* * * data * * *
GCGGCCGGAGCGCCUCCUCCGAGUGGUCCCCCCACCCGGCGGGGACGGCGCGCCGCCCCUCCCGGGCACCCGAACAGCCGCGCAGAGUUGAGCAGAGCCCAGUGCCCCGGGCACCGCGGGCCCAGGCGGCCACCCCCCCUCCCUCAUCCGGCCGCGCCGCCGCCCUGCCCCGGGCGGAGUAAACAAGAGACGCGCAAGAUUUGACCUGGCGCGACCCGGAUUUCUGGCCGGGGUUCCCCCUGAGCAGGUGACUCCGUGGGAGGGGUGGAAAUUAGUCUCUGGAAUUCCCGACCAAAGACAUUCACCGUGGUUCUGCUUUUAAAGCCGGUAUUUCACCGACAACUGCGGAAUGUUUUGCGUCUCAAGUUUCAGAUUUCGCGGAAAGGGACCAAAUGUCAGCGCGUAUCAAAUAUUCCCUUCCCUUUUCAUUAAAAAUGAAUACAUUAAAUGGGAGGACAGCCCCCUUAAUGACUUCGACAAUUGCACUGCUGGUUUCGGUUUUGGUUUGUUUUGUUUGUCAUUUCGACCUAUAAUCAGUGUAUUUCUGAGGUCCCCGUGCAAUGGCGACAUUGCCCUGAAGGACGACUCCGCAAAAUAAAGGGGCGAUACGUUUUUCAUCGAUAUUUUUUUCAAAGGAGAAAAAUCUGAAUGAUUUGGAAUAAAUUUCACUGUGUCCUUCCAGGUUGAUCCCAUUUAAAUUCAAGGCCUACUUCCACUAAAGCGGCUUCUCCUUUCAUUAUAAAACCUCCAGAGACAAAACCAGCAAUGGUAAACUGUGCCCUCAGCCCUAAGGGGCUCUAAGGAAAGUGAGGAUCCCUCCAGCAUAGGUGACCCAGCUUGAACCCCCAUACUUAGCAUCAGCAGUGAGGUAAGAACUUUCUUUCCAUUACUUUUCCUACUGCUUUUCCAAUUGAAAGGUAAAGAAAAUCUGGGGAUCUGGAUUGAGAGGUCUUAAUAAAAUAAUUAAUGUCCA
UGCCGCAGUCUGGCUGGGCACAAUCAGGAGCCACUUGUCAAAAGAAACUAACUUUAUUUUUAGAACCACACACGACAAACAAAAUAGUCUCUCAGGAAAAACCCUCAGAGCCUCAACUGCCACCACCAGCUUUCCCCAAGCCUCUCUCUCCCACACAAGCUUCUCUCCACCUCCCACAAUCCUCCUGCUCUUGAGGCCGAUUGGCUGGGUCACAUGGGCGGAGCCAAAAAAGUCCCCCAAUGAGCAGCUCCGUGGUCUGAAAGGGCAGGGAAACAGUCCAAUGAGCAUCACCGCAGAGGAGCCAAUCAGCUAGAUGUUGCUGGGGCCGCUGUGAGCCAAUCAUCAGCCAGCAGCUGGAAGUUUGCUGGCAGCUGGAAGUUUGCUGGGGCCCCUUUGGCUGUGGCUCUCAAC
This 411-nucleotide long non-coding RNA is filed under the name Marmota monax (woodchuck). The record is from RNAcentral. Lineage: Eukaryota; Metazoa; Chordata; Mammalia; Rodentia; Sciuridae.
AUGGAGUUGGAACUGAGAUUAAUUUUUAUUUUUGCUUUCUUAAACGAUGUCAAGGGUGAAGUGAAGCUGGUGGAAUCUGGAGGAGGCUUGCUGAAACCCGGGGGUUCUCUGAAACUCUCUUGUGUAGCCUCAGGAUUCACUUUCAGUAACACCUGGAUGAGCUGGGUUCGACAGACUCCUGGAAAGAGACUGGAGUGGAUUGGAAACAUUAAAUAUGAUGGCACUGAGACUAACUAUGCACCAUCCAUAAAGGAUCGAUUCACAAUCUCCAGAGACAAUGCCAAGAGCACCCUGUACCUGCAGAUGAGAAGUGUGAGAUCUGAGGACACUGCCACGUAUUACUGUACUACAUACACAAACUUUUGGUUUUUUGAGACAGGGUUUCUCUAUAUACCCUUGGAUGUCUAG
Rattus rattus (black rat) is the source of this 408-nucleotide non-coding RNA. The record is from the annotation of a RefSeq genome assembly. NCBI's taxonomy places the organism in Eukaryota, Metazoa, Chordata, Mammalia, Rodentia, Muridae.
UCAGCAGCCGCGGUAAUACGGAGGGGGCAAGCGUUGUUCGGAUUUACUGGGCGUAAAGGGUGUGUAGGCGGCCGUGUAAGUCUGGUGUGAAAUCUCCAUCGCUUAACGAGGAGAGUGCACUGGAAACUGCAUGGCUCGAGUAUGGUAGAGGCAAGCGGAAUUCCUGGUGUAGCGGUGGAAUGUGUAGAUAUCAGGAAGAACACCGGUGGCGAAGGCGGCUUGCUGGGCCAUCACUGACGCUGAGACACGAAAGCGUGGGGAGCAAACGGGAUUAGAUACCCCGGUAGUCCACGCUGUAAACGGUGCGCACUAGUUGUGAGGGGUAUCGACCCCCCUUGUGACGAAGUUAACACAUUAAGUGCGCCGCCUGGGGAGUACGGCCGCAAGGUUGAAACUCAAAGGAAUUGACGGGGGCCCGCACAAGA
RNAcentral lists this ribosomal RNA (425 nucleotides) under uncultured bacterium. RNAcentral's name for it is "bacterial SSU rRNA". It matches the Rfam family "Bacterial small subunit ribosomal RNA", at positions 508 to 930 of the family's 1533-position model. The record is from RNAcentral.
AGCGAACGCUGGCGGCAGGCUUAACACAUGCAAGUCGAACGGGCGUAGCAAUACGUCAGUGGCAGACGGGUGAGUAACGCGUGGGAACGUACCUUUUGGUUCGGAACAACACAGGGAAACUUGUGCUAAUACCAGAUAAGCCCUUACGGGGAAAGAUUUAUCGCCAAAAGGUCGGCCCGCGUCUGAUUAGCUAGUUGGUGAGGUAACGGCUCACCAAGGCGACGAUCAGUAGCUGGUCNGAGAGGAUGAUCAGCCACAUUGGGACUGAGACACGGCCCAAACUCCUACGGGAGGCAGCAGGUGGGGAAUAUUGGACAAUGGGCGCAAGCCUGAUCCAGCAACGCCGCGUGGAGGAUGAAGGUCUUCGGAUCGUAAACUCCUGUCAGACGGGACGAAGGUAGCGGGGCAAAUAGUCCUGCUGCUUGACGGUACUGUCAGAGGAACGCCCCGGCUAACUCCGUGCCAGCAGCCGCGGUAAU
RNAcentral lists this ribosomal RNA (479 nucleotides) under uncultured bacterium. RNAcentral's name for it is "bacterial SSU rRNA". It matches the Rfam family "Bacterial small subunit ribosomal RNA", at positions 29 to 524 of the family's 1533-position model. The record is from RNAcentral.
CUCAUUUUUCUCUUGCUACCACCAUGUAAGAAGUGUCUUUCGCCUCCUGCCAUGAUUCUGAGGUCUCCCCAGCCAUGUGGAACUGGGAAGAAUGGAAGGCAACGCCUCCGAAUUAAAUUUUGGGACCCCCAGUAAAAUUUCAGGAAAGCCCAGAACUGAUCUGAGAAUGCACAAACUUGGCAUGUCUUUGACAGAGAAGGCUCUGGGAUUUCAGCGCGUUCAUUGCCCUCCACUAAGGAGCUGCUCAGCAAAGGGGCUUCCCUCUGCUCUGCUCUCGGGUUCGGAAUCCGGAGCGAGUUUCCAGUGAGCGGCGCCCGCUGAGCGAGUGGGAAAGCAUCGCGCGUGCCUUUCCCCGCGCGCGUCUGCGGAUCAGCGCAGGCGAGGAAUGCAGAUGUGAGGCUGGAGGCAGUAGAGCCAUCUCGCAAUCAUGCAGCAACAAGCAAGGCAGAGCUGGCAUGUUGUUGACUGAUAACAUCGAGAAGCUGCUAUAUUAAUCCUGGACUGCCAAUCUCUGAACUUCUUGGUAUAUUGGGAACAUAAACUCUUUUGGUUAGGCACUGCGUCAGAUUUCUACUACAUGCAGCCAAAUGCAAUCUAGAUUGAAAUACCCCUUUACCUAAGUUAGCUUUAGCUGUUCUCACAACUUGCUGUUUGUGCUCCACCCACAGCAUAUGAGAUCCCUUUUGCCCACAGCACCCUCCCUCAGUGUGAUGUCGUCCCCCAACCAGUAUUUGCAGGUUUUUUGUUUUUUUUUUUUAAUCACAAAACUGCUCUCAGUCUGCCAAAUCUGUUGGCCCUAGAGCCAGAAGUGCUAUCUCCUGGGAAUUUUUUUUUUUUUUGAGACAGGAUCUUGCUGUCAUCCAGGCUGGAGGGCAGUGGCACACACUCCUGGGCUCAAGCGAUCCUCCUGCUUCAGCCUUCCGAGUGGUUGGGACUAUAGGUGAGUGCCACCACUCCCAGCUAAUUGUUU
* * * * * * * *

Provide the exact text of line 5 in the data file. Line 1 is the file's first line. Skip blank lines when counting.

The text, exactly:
Rattus rattus (black rat) is the source of this 408-nucleotide non-coding RNA. The record is from the annotation of a RefSeq genome assembly. NCBI's taxonomy places the organism in Eukaryota, Metazoa, Chordata, Mammalia, Rodentia, Muridae.